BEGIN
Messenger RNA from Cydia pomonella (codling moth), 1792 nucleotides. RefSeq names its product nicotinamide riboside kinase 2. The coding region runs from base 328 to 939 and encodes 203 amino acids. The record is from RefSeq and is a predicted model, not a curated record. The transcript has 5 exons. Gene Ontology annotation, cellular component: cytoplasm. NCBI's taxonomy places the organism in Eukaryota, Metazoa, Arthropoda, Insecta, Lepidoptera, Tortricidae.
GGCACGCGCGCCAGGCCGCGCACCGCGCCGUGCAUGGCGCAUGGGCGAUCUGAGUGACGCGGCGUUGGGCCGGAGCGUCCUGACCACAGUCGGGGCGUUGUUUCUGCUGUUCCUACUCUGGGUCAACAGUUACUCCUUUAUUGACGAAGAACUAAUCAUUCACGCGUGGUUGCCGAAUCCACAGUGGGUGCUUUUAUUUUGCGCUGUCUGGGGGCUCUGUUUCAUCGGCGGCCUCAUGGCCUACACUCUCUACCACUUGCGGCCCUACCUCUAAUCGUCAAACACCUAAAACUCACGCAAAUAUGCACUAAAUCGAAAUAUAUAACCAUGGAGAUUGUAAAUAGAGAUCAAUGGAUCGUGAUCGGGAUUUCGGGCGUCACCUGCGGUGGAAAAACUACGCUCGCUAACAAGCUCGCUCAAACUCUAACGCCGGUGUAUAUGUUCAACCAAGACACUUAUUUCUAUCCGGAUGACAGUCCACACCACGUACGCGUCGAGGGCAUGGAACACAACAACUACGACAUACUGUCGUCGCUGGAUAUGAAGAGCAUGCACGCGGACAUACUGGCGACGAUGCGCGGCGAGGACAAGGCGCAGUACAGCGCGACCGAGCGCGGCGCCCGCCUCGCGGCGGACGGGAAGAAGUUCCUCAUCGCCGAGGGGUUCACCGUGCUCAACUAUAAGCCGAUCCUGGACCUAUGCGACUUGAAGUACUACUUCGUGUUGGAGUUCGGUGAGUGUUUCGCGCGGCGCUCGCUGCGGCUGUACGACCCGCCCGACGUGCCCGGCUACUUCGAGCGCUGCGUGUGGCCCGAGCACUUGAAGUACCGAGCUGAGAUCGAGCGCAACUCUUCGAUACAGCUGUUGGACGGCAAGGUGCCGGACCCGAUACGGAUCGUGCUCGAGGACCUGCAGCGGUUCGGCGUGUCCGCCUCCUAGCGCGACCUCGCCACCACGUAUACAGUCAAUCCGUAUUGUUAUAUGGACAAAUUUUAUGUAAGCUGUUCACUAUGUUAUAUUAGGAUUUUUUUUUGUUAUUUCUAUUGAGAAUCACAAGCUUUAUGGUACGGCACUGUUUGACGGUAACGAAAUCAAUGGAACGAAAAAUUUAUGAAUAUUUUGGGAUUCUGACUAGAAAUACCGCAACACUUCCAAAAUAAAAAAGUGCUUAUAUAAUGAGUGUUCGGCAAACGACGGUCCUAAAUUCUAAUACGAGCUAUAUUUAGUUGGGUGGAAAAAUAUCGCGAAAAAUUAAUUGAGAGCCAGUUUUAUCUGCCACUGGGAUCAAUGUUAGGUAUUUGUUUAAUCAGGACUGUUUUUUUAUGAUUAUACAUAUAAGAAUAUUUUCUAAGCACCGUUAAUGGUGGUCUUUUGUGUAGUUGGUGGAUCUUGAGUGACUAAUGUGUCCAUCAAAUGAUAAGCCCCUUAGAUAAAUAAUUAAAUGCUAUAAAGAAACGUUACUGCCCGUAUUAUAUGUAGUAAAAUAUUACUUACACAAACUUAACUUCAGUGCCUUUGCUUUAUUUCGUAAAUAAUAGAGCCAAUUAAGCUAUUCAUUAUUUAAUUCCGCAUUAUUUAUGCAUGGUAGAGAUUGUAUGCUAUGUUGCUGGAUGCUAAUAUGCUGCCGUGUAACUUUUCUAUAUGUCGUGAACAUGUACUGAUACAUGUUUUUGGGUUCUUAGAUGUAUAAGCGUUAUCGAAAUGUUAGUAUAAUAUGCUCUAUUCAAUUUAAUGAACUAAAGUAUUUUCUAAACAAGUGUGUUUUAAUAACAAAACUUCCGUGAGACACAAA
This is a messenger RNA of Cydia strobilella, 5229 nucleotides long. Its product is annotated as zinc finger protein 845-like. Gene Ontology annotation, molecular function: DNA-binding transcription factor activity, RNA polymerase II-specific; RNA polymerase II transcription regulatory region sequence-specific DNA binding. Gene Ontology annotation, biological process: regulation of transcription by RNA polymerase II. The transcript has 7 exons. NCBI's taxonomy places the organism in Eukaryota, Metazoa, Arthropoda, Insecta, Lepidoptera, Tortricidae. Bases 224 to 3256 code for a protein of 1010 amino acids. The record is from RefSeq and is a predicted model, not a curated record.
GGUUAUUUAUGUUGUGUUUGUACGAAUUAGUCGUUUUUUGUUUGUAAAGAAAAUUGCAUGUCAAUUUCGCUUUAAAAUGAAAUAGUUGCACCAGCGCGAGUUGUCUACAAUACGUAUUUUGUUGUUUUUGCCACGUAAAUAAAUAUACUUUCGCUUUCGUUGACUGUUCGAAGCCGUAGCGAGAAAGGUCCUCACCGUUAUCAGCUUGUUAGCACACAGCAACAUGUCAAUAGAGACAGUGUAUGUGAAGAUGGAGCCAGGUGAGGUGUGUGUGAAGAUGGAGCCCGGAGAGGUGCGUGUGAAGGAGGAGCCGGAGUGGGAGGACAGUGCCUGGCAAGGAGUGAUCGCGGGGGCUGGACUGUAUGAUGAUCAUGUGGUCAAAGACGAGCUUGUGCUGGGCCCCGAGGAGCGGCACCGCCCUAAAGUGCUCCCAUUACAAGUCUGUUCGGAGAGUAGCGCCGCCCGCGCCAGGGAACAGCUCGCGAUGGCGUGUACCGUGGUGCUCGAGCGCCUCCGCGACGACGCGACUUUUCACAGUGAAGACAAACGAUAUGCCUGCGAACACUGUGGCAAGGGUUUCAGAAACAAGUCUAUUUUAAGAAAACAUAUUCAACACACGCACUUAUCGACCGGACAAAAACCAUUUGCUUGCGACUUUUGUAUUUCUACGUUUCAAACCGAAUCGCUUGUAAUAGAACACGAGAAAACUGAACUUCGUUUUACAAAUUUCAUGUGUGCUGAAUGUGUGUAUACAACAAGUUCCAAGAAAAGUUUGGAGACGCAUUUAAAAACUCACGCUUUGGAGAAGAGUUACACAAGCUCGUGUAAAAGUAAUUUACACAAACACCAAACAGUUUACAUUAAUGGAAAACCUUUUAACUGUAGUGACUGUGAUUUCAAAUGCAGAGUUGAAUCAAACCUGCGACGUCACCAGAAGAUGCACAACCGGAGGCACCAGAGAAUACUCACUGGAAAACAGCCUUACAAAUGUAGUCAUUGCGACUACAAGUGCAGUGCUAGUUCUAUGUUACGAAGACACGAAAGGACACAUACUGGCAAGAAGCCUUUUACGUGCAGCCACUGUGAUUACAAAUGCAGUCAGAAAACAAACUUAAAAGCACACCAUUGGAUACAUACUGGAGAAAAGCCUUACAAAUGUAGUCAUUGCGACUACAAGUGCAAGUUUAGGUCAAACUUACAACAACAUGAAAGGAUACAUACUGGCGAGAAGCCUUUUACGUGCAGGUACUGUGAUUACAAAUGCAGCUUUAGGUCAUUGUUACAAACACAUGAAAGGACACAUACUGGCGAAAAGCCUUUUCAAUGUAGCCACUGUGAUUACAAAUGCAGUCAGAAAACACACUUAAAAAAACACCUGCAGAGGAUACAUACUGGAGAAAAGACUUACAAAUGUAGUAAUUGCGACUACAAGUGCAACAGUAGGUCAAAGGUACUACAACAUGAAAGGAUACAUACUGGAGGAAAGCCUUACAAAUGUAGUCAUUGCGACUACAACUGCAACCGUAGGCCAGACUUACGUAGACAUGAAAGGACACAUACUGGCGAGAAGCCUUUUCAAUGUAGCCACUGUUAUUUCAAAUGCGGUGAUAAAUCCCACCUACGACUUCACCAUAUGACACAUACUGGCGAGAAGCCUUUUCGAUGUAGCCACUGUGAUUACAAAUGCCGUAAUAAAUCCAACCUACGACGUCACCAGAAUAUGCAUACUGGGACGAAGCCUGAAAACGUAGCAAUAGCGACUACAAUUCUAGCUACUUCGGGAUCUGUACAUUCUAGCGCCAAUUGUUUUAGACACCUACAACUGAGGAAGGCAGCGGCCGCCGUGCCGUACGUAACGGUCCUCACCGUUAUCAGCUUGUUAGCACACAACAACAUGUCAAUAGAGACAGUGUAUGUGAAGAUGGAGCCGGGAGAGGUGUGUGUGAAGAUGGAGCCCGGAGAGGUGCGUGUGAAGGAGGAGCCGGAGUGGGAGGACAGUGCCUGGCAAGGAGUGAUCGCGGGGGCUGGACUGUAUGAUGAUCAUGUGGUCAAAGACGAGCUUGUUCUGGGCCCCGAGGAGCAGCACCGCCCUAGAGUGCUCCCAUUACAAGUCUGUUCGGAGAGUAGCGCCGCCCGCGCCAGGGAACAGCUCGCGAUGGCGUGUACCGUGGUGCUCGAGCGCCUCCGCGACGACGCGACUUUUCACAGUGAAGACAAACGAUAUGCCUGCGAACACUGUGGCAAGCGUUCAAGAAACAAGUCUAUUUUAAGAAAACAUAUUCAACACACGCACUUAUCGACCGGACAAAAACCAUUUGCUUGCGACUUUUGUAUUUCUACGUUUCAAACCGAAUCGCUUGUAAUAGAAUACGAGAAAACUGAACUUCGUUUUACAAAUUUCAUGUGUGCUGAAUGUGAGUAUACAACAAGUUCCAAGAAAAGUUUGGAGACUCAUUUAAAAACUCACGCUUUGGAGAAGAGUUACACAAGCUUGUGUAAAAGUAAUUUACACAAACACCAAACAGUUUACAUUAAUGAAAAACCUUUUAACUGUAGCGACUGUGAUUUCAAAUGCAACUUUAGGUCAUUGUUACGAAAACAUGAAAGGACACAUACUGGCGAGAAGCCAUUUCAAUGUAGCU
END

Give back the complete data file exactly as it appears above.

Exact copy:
Messenger RNA from Cydia pomonella (codling moth), 1792 nucleotides. RefSeq names its product nicotinamide riboside kinase 2. The coding region runs from base 328 to 939 and encodes 203 amino acids. The record is from RefSeq and is a predicted model, not a curated record. The transcript has 5 exons. Gene Ontology annotation, cellular component: cytoplasm. NCBI's taxonomy places the organism in Eukaryota, Metazoa, Arthropoda, Insecta, Lepidoptera, Tortricidae.
GGCACGCGCGCCAGGCCGCGCACCGCGCCGUGCAUGGCGCAUGGGCGAUCUGAGUGACGCGGCGUUGGGCCGGAGCGUCCUGACCACAGUCGGGGCGUUGUUUCUGCUGUUCCUACUCUGGGUCAACAGUUACUCCUUUAUUGACGAAGAACUAAUCAUUCACGCGUGGUUGCCGAAUCCACAGUGGGUGCUUUUAUUUUGCGCUGUCUGGGGGCUCUGUUUCAUCGGCGGCCUCAUGGCCUACACUCUCUACCACUUGCGGCCCUACCUCUAAUCGUCAAACACCUAAAACUCACGCAAAUAUGCACUAAAUCGAAAUAUAUAACCAUGGAGAUUGUAAAUAGAGAUCAAUGGAUCGUGAUCGGGAUUUCGGGCGUCACCUGCGGUGGAAAAACUACGCUCGCUAACAAGCUCGCUCAAACUCUAACGCCGGUGUAUAUGUUCAACCAAGACACUUAUUUCUAUCCGGAUGACAGUCCACACCACGUACGCGUCGAGGGCAUGGAACACAACAACUACGACAUACUGUCGUCGCUGGAUAUGAAGAGCAUGCACGCGGACAUACUGGCGACGAUGCGCGGCGAGGACAAGGCGCAGUACAGCGCGACCGAGCGCGGCGCCCGCCUCGCGGCGGACGGGAAGAAGUUCCUCAUCGCCGAGGGGUUCACCGUGCUCAACUAUAAGCCGAUCCUGGACCUAUGCGACUUGAAGUACUACUUCGUGUUGGAGUUCGGUGAGUGUUUCGCGCGGCGCUCGCUGCGGCUGUACGACCCGCCCGACGUGCCCGGCUACUUCGAGCGCUGCGUGUGGCCCGAGCACUUGAAGUACCGAGCUGAGAUCGAGCGCAACUCUUCGAUACAGCUGUUGGACGGCAAGGUGCCGGACCCGAUACGGAUCGUGCUCGAGGACCUGCAGCGGUUCGGCGUGUCCGCCUCCUAGCGCGACCUCGCCACCACGUAUACAGUCAAUCCGUAUUGUUAUAUGGACAAAUUUUAUGUAAGCUGUUCACUAUGUUAUAUUAGGAUUUUUUUUUGUUAUUUCUAUUGAGAAUCACAAGCUUUAUGGUACGGCACUGUUUGACGGUAACGAAAUCAAUGGAACGAAAAAUUUAUGAAUAUUUUGGGAUUCUGACUAGAAAUACCGCAACACUUCCAAAAUAAAAAAGUGCUUAUAUAAUGAGUGUUCGGCAAACGACGGUCCUAAAUUCUAAUACGAGCUAUAUUUAGUUGGGUGGAAAAAUAUCGCGAAAAAUUAAUUGAGAGCCAGUUUUAUCUGCCACUGGGAUCAAUGUUAGGUAUUUGUUUAAUCAGGACUGUUUUUUUAUGAUUAUACAUAUAAGAAUAUUUUCUAAGCACCGUUAAUGGUGGUCUUUUGUGUAGUUGGUGGAUCUUGAGUGACUAAUGUGUCCAUCAAAUGAUAAGCCCCUUAGAUAAAUAAUUAAAUGCUAUAAAGAAACGUUACUGCCCGUAUUAUAUGUAGUAAAAUAUUACUUACACAAACUUAACUUCAGUGCCUUUGCUUUAUUUCGUAAAUAAUAGAGCCAAUUAAGCUAUUCAUUAUUUAAUUCCGCAUUAUUUAUGCAUGGUAGAGAUUGUAUGCUAUGUUGCUGGAUGCUAAUAUGCUGCCGUGUAACUUUUCUAUAUGUCGUGAACAUGUACUGAUACAUGUUUUUGGGUUCUUAGAUGUAUAAGCGUUAUCGAAAUGUUAGUAUAAUAUGCUCUAUUCAAUUUAAUGAACUAAAGUAUUUUCUAAACAAGUGUGUUUUAAUAACAAAACUUCCGUGAGACACAAA
This is a messenger RNA of Cydia strobilella, 5229 nucleotides long. Its product is annotated as zinc finger protein 845-like. Gene Ontology annotation, molecular function: DNA-binding transcription factor activity, RNA polymerase II-specific; RNA polymerase II transcription regulatory region sequence-specific DNA binding. Gene Ontology annotation, biological process: regulation of transcription by RNA polymerase II. The transcript has 7 exons. NCBI's taxonomy places the organism in Eukaryota, Metazoa, Arthropoda, Insecta, Lepidoptera, Tortricidae. Bases 224 to 3256 code for a protein of 1010 amino acids. The record is from RefSeq and is a predicted model, not a curated record.
GGUUAUUUAUGUUGUGUUUGUACGAAUUAGUCGUUUUUUGUUUGUAAAGAAAAUUGCAUGUCAAUUUCGCUUUAAAAUGAAAUAGUUGCACCAGCGCGAGUUGUCUACAAUACGUAUUUUGUUGUUUUUGCCACGUAAAUAAAUAUACUUUCGCUUUCGUUGACUGUUCGAAGCCGUAGCGAGAAAGGUCCUCACCGUUAUCAGCUUGUUAGCACACAGCAACAUGUCAAUAGAGACAGUGUAUGUGAAGAUGGAGCCAGGUGAGGUGUGUGUGAAGAUGGAGCCCGGAGAGGUGCGUGUGAAGGAGGAGCCGGAGUGGGAGGACAGUGCCUGGCAAGGAGUGAUCGCGGGGGCUGGACUGUAUGAUGAUCAUGUGGUCAAAGACGAGCUUGUGCUGGGCCCCGAGGAGCGGCACCGCCCUAAAGUGCUCCCAUUACAAGUCUGUUCGGAGAGUAGCGCCGCCCGCGCCAGGGAACAGCUCGCGAUGGCGUGUACCGUGGUGCUCGAGCGCCUCCGCGACGACGCGACUUUUCACAGUGAAGACAAACGAUAUGCCUGCGAACACUGUGGCAAGGGUUUCAGAAACAAGUCUAUUUUAAGAAAACAUAUUCAACACACGCACUUAUCGACCGGACAAAAACCAUUUGCUUGCGACUUUUGUAUUUCUACGUUUCAAACCGAAUCGCUUGUAAUAGAACACGAGAAAACUGAACUUCGUUUUACAAAUUUCAUGUGUGCUGAAUGUGUGUAUACAACAAGUUCCAAGAAAAGUUUGGAGACGCAUUUAAAAACUCACGCUUUGGAGAAGAGUUACACAAGCUCGUGUAAAAGUAAUUUACACAAACACCAAACAGUUUACAUUAAUGGAAAACCUUUUAACUGUAGUGACUGUGAUUUCAAAUGCAGAGUUGAAUCAAACCUGCGACGUCACCAGAAGAUGCACAACCGGAGGCACCAGAGAAUACUCACUGGAAAACAGCCUUACAAAUGUAGUCAUUGCGACUACAAGUGCAGUGCUAGUUCUAUGUUACGAAGACACGAAAGGACACAUACUGGCAAGAAGCCUUUUACGUGCAGCCACUGUGAUUACAAAUGCAGUCAGAAAACAAACUUAAAAGCACACCAUUGGAUACAUACUGGAGAAAAGCCUUACAAAUGUAGUCAUUGCGACUACAAGUGCAAGUUUAGGUCAAACUUACAACAACAUGAAAGGAUACAUACUGGCGAGAAGCCUUUUACGUGCAGGUACUGUGAUUACAAAUGCAGCUUUAGGUCAUUGUUACAAACACAUGAAAGGACACAUACUGGCGAAAAGCCUUUUCAAUGUAGCCACUGUGAUUACAAAUGCAGUCAGAAAACACACUUAAAAAAACACCUGCAGAGGAUACAUACUGGAGAAAAGACUUACAAAUGUAGUAAUUGCGACUACAAGUGCAACAGUAGGUCAAAGGUACUACAACAUGAAAGGAUACAUACUGGAGGAAAGCCUUACAAAUGUAGUCAUUGCGACUACAACUGCAACCGUAGGCCAGACUUACGUAGACAUGAAAGGACACAUACUGGCGAGAAGCCUUUUCAAUGUAGCCACUGUUAUUUCAAAUGCGGUGAUAAAUCCCACCUACGACUUCACCAUAUGACACAUACUGGCGAGAAGCCUUUUCGAUGUAGCCACUGUGAUUACAAAUGCCGUAAUAAAUCCAACCUACGACGUCACCAGAAUAUGCAUACUGGGACGAAGCCUGAAAACGUAGCAAUAGCGACUACAAUUCUAGCUACUUCGGGAUCUGUACAUUCUAGCGCCAAUUGUUUUAGACACCUACAACUGAGGAAGGCAGCGGCCGCCGUGCCGUACGUAACGGUCCUCACCGUUAUCAGCUUGUUAGCACACAACAACAUGUCAAUAGAGACAGUGUAUGUGAAGAUGGAGCCGGGAGAGGUGUGUGUGAAGAUGGAGCCCGGAGAGGUGCGUGUGAAGGAGGAGCCGGAGUGGGAGGACAGUGCCUGGCAAGGAGUGAUCGCGGGGGCUGGACUGUAUGAUGAUCAUGUGGUCAAAGACGAGCUUGUUCUGGGCCCCGAGGAGCAGCACCGCCCUAGAGUGCUCCCAUUACAAGUCUGUUCGGAGAGUAGCGCCGCCCGCGCCAGGGAACAGCUCGCGAUGGCGUGUACCGUGGUGCUCGAGCGCCUCCGCGACGACGCGACUUUUCACAGUGAAGACAAACGAUAUGCCUGCGAACACUGUGGCAAGCGUUCAAGAAACAAGUCUAUUUUAAGAAAACAUAUUCAACACACGCACUUAUCGACCGGACAAAAACCAUUUGCUUGCGACUUUUGUAUUUCUACGUUUCAAACCGAAUCGCUUGUAAUAGAAUACGAGAAAACUGAACUUCGUUUUACAAAUUUCAUGUGUGCUGAAUGUGAGUAUACAACAAGUUCCAAGAAAAGUUUGGAGACUCAUUUAAAAACUCACGCUUUGGAGAAGAGUUACACAAGCUUGUGUAAAAGUAAUUUACACAAACACCAAACAGUUUACAUUAAUGAAAAACCUUUUAACUGUAGCGACUGUGAUUUCAAAUGCAACUUUAGGUCAUUGUUACGAAAACAUGAAAGGACACAUACUGGCGAGAAGCCAUUUCAAUGUAGCU